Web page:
|US7661205||16 Feb 2010||Johnson Gregory G||Automated tightening shoe|
|US7721468||26 Aug 2005||25 May 2010||Gregory G. Johnson||Tightening shoe|
|US7752774 *||5 Jun 2007||13 Jul 2010||Tim James Ussher||Powered shoe tightening with lace cord guiding system|
|US7958654||5 Jan 2010||14 Jun 2011||The Burton Corporation||Lace system for footwear|
|US8046937 *||1 Nov 2011||Nike, Inc.||Automatic lacing system|
|US8056269 *||15 Nov 2011||Nike, Inc.||Article of footwear with lighting system|
|US8058837||11 Feb 2009||15 Nov 2011||Nike, Inc.||Charging system for an article of footwear|
|US8215660||10 Jul 2012||The Burton Corporation||Convertible toe strap|
|US8418381||7 Jun 2011||16 Apr 2013||The Burton Corporation||Lace system for footwear|
|US8438774||14 May 2013||Lawrence C. Sharp||Pistol cocking assistive device|
|US8474157||7 Aug 2009||2 Jul 2013||Pierre-Andre Senizergues||Footwear lacing system|
|US8522456||19 Sep 2011||3 Sep 2013||Nike, Inc.||Automatic lacing system|
|US8528235||23 Sep 2011||10 Sep 2013||Nike, Inc.||Article of footwear with lighting system|
|US8549785||10 Apr 2013||8 Oct 2013||Lawrence C. Sharp||Pistol cocking assistive device|
|US8769844 *||31 Jul 2013||8 Jul 2014||Nike, Inc.||Automatic lacing system|
|US8904672 *||18 Aug 2011||9 Dec 2014||Palidium Inc.||Automated tightening shoe|
|US8904673 *||13 Aug 2012||9 Dec 2014||Palidium, Inc.||Automated tightening shoe|
|US9254018 *||13 May 2014||9 Feb 2016||Derrick Bliss||Shoe with automatic closure mechanism|
|US9307804 *||20 Jun 2014||12 Apr 2016||Nike, Inc.||Automatic lacing system|
|US20030192204 *||16 May 2003||16 Oct 2003||Harry Miller Co., Inc.||Expandable shoe and shoe assemblies|
|US20030204970 *||2 May 2002||6 Nov 2003||Kun-Chung Liu||Easy-to-wear footwear|
|US20040103560 *||29 Nov 2002||3 Jun 2004||Hollars Anthony Scott||Air cylinders for a dynamic shoe fit|
|US20050050772 *||14 May 2004||10 Mar 2005||Harry Miller Co., Inc.||Expandable shoe and shoe assemblies|
|US20050055848 *||24 Jun 2004||17 Mar 2005||Harry Miller Co., Inc.||Expandable shoe having screw drive assemblies|
|US20050060913 *||15 Nov 2004||24 Mar 2005||Inchworm, Inc.||Expandable shoe and shoe assemblies|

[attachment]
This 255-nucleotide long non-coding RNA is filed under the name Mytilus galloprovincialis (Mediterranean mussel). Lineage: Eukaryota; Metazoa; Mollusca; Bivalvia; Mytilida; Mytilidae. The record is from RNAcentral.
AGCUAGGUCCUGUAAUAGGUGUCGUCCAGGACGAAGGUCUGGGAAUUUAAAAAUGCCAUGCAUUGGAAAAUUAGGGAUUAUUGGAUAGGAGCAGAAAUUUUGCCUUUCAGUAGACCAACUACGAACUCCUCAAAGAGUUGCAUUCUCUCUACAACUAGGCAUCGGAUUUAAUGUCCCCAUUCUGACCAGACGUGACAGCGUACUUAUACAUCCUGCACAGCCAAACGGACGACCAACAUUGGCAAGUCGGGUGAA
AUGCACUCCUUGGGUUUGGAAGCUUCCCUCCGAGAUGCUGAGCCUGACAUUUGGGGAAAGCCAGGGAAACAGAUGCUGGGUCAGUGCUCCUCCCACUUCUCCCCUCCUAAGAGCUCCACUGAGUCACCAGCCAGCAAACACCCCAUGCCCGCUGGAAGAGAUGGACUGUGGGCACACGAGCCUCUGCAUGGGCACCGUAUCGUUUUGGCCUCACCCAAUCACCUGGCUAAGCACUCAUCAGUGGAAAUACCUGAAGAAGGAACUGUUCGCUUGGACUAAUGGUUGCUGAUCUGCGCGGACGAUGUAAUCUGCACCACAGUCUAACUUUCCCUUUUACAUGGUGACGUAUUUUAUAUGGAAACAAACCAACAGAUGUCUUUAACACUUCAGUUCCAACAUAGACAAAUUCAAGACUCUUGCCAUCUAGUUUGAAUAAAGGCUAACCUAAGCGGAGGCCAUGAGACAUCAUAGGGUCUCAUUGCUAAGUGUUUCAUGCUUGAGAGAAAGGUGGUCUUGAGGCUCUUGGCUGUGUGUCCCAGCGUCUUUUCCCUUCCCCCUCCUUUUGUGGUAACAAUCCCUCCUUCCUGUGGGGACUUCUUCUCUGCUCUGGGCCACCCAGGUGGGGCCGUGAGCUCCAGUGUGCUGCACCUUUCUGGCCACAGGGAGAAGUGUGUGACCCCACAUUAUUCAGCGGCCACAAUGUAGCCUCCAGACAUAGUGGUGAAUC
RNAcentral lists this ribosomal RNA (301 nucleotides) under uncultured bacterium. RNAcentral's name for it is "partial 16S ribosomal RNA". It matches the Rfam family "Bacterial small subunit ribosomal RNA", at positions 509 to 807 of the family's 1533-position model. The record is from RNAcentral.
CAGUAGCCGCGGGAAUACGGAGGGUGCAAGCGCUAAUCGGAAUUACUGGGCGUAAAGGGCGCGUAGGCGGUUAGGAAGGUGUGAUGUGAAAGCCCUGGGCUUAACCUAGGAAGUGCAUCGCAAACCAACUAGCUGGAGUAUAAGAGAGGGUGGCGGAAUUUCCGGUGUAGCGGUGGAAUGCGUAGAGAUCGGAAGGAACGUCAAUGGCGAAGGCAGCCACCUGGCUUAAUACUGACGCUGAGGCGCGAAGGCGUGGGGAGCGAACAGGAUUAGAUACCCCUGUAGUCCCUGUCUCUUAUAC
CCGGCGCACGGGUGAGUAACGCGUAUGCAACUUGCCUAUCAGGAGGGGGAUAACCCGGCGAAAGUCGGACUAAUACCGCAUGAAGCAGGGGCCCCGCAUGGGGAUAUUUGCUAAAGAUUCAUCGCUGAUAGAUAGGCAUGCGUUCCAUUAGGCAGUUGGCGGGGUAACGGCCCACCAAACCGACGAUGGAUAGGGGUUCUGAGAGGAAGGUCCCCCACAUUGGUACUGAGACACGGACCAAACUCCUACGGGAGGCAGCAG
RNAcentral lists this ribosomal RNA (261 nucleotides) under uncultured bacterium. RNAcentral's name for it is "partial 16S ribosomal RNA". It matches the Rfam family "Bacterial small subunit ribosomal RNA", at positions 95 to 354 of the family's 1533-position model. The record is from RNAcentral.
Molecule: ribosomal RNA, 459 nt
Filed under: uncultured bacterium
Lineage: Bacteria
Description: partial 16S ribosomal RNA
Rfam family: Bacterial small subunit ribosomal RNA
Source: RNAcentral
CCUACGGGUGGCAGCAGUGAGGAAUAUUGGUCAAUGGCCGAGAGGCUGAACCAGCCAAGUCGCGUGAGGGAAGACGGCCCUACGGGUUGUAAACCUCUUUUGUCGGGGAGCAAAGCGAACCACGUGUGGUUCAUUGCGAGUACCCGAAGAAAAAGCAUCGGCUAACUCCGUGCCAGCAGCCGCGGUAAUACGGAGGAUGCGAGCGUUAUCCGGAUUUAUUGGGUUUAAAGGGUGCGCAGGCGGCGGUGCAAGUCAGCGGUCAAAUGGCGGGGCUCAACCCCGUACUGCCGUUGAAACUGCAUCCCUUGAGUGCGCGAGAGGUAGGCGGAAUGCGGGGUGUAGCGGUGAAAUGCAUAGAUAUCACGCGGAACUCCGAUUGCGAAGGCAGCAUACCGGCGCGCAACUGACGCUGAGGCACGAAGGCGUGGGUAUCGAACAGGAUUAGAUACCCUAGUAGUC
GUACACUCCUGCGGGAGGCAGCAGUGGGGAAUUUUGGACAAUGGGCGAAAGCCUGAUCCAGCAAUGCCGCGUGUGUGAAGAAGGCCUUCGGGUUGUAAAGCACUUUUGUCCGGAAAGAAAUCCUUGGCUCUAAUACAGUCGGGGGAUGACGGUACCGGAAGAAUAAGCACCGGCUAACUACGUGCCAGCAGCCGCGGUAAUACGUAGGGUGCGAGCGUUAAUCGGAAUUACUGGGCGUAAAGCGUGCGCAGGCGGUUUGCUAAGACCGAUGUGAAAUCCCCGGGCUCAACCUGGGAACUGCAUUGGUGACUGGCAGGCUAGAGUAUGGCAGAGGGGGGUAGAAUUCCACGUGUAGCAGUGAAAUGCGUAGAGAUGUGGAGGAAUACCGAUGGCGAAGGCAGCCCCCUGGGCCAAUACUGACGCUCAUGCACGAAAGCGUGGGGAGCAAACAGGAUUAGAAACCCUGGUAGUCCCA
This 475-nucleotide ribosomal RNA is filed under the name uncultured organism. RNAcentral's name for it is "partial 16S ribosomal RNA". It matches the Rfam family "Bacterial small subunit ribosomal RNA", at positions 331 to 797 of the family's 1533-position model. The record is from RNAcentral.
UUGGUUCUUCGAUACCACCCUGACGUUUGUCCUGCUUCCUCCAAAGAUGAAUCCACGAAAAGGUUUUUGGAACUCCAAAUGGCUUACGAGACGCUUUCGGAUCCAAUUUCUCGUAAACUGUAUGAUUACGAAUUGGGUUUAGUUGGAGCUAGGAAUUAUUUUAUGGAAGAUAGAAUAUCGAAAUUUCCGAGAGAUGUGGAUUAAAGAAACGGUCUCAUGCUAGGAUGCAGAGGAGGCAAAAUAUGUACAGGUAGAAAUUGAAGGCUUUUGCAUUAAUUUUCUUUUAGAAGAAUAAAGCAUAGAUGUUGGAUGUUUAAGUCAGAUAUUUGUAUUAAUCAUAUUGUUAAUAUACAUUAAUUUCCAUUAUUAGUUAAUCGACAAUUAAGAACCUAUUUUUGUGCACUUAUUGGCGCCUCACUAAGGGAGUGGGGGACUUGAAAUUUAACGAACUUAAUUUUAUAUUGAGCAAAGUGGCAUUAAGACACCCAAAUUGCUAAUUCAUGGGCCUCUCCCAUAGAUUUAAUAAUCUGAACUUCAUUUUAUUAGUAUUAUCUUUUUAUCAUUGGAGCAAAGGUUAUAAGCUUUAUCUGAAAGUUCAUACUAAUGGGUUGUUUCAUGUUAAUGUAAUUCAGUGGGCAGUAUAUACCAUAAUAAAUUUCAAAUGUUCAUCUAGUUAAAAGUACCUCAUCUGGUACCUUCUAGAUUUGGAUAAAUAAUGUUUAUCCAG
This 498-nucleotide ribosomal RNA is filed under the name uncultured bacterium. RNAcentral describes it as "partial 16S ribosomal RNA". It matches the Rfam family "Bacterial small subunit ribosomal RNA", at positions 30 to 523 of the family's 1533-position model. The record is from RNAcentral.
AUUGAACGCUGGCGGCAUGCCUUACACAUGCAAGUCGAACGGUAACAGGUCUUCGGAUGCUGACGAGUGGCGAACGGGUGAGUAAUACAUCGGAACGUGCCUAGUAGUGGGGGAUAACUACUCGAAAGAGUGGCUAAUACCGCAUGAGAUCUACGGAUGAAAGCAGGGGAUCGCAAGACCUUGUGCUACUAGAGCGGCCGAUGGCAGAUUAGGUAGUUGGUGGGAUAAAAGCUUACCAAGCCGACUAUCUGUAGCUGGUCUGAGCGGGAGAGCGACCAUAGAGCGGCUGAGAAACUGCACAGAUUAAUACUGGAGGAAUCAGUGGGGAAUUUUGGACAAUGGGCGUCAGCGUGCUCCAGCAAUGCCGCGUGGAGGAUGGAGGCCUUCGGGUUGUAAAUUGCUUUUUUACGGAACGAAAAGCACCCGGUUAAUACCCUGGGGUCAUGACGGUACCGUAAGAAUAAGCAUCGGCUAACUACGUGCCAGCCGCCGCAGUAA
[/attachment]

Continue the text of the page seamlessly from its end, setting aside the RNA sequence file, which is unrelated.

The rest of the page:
|US20050066548 *||15 Nov 2004||31 Mar 2005||Inchworm, Inc.||Expandable shoe and shoe assemblies|
|US20050115113 *||22 Oct 2004||2 Jun 2005||Harry Miller Co., Inc.||Method of making an expandable shoe|
|US20050126043 *||10 Dec 2003||16 Jun 2005||The Burton Corporation||Lace system for footwear|
|US20050210706 *||23 May 2005||29 Sep 2005||Johnson Gregory G||Automated tightening shoe|
|US20060022432 *||2 Aug 2004||2 Feb 2006||The Burton Corporation||Convertible toe strap|
|US20060022433 *||24 Aug 2005||2 Feb 2006||The Burton Corporation||Convertible toe strap|
|US20060075659 *||23 Nov 2005||13 Apr 2006||The Burton Corporation||Lace system for footwear|
|US20060075660 *||23 Nov 2005||13 Apr 2006||The Burton Corporation||Lace system for footwear|
|US20070137003 *||20 Dec 2005||21 Jun 2007||Zebe Charles W Jr||Cam cleat construction|
|US20070240334 *||14 Jun 2007||18 Oct 2007||Johnson Gregory G||Automated tightening shoe|
|US20080301919 *||5 Jun 2007||11 Dec 2008||Timothy James Ussher||Powered shoe tightening with lace cord guiding system|
|US20090272007 *||5 Nov 2009||Nike, Inc.||Automatic Lacing System|
|US20090272013 *||5 Nov 2009||Nike, Inc.||Article of Footwear with Lighting System|
|US20090273311 *||11 Feb 2009||5 Nov 2009||Nike, Inc.||Charging System for an Article of Footwear|
|US20100101114 *||5 Jan 2010||29 Apr 2010||The Burton Corporation||Lace system for footwear|
|US20100146683 *||14 Sep 2006||17 Jun 2010||Shlomo Laniado||Quick Release Fastener|
|US20110030244 *||7 Aug 2009||10 Feb 2011||Wade Motawi||Footwear Lacing System|
|US20110175327 *||21 Jul 2011||The Burton Corporation||Convertible toe strap|
|US20110232132 *||29 Sep 2011||The Burton Corporation||Lace system for footwear|
|US20130031802 *||11 Jun 2012||7 Feb 2013||Park Dong-Jin||Functional shoe including weight support unit|
|US20130086816 *||13 Aug 2012||11 Apr 2013||Palidium, Inc.||Automated tightening shoe|
|US20140338225 *||13 May 2014||20 Nov 2014||Derrick Bliss||Shoe with automatic closure mechanism|
|US20140360047 *||20 Jun 2014||11 Dec 2014||Nike, Inc.||Automatic Lacing System|
|US20150047222 *||19 Aug 2013||19 Feb 2015||Nike, Inc.||Article Of Footwear With Adjustable Sole|
|US20150289596 *||15 Apr 2014||15 Oct 2015||Nike, Inc.||Footwear Having Coverable Motorized Adjustment System|
|CN100418450C||17 Oct 2002||17 Sep 2008||格里高利·G·约翰逊||Automated tightening shoe|
|DE19833801A1 *||28 Jul 1998||3 Feb 2000||Erich Brosig||Method for automatically lacing and unlacing a shoe has an electric motor operated by the foot operating a lacing system and a spring to open the shoe when the foot is removed|
|EP1440627A1 *||24 Jan 2003||28 Jul 2004||Kun-Chung Liu||Automated tightening shoe|
|WO1994027459A1 *||26 Dec 1993||8 Dec 1994||Puma Aktiengesellschaft Rudolf Dassler Sport||Shoe with a central rotary fastener|
|WO1998011797A1 *||30 Sep 1996||26 Mar 1998||Bernier Rejeanne M||Self-tightening shoe|
|WO2004034831A1 *||17 Oct 2002||29 Apr 2004||Johnson Gregory G||Automated tightening shoe|
|WO2015006067A1 *||27 Jun 2014||15 Jan 2015||Nike Innovate C.V.||Article with closed instep portion having variable volume|
|U.S. Classification||36/50.1, 36/58.5, 36/50.5|
|International Classification||A43C11/00, A63C17/20, A43B5/16|
|Cooperative Classification||A63C17/20, A43C11/16, A43B5/1633, A43C11/165|
|European Classification||A43C11/16B, A63C17/20, A43B5/16M, A43C11/16|
|3 Dec 1996||REMI||Maintenance fee reminder mailed|
|27 Apr 1997||LAPS||Lapse for failure to pay maintenance fees|
|8 Jul 1997||FP||Expired due to failure to pay maintenance fee|
Effective date: 19970430